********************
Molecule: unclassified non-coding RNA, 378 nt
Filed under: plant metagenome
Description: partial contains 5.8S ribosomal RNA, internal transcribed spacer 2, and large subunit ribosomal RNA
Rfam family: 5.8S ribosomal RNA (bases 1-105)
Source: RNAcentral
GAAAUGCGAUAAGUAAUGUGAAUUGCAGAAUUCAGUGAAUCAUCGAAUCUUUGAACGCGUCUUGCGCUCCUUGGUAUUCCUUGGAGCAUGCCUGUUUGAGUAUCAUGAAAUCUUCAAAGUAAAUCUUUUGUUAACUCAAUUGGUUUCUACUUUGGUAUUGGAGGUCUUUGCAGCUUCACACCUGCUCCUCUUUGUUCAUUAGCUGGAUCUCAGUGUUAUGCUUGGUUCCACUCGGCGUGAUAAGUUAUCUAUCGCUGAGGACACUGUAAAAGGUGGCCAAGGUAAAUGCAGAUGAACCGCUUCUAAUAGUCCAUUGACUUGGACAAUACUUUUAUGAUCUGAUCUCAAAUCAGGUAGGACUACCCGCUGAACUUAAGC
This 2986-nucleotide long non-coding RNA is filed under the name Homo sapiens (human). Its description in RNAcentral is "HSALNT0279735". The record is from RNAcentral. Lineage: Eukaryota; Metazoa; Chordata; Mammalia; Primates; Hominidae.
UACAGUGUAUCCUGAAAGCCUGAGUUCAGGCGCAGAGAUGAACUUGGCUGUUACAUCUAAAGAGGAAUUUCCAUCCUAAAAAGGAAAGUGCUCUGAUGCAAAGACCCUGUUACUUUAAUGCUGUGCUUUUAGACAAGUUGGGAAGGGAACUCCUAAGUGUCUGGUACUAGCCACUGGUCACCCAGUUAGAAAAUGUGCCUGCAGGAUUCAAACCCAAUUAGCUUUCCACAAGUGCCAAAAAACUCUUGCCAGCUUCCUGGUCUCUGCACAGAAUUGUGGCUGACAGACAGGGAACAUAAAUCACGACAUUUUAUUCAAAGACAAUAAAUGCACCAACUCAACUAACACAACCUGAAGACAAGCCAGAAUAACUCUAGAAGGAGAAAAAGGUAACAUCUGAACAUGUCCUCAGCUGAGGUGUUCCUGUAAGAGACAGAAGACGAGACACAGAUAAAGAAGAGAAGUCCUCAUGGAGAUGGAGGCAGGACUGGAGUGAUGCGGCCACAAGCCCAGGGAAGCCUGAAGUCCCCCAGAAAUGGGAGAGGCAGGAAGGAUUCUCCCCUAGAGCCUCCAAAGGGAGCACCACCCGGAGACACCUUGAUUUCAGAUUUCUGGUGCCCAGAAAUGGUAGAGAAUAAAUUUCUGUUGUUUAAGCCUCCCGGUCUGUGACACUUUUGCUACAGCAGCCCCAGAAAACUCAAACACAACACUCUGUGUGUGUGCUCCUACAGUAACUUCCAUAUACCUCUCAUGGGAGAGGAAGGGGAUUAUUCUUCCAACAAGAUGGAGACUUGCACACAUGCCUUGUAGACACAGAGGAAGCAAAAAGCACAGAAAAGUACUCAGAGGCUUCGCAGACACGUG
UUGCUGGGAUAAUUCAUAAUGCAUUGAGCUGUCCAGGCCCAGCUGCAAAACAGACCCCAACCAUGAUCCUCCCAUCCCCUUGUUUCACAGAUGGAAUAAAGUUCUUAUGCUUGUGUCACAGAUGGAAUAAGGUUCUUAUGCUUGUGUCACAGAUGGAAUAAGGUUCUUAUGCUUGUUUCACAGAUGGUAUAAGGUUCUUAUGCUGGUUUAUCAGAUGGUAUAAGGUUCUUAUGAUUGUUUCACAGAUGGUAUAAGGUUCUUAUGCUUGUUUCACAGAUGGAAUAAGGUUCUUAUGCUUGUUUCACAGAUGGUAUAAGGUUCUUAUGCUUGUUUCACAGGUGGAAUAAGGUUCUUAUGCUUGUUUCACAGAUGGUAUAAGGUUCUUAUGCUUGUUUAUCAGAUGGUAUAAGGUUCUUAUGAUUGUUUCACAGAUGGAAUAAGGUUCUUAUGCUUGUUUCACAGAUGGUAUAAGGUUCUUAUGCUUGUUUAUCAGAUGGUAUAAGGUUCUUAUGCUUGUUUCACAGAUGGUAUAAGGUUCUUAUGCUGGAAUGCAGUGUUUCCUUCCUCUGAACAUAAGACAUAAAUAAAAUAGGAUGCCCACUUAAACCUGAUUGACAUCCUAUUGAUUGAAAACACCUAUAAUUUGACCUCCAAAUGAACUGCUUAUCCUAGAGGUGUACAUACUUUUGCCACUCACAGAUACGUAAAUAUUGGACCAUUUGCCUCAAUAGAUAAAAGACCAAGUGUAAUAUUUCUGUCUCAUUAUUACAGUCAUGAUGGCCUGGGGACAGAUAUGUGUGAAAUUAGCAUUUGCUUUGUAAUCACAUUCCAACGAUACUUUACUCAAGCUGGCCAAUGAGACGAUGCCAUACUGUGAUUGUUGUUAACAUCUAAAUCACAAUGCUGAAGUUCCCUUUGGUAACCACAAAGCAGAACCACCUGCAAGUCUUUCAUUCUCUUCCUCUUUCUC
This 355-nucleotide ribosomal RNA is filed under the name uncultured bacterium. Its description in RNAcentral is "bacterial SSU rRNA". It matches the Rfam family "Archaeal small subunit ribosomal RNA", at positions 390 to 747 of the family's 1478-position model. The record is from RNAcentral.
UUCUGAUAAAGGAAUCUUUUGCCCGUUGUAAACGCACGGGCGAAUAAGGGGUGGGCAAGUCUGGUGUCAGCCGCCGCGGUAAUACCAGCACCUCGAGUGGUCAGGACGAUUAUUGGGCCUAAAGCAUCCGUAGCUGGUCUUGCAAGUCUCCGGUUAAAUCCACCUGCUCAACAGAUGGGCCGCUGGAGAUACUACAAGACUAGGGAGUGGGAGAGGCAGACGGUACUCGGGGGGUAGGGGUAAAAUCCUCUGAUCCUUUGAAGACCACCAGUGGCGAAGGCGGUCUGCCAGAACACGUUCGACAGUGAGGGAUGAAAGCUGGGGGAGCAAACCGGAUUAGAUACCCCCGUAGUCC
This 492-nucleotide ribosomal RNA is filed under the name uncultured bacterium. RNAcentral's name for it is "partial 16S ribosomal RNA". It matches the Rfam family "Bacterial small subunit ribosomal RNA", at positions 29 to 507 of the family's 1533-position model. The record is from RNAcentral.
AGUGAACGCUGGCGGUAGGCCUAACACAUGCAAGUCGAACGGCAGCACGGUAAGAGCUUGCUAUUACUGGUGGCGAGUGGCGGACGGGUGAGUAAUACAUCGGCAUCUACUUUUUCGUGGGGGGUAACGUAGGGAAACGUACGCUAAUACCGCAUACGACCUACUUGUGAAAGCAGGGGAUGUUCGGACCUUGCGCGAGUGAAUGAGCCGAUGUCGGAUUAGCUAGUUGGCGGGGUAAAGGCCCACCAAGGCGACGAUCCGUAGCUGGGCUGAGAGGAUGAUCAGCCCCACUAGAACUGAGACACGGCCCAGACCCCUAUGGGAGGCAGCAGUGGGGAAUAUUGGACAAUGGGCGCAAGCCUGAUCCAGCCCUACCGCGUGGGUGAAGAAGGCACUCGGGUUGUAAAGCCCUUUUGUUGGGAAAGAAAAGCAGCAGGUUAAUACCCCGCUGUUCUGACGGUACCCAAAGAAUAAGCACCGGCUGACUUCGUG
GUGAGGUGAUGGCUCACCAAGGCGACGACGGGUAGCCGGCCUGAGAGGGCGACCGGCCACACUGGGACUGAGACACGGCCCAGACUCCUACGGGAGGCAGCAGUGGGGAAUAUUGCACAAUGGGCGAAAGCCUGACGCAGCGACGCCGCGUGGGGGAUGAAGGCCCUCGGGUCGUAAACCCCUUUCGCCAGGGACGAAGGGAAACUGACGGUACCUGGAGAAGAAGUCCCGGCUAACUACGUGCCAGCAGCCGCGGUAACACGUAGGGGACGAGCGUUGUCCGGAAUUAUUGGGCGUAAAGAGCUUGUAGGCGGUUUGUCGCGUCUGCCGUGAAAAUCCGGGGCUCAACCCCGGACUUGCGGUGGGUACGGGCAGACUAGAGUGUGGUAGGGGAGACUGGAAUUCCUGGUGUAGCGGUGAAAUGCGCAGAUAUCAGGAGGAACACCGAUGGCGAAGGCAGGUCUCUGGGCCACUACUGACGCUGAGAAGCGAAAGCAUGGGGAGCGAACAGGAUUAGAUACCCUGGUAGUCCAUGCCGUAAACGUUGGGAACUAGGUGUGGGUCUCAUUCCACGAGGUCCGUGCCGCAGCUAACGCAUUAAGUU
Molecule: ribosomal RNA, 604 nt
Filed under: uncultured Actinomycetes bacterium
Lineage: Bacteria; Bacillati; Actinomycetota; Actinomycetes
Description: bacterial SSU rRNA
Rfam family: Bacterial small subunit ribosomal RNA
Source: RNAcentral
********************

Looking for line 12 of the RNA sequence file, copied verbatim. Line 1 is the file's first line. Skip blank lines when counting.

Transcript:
This 492-nucleotide ribosomal RNA is filed under the name uncultured bacterium. RNAcentral's name for it is "partial 16S ribosomal RNA". It matches the Rfam family "Bacterial small subunit ribosomal RNA", at positions 29 to 507 of the family's 1533-position model. The record is from RNAcentral.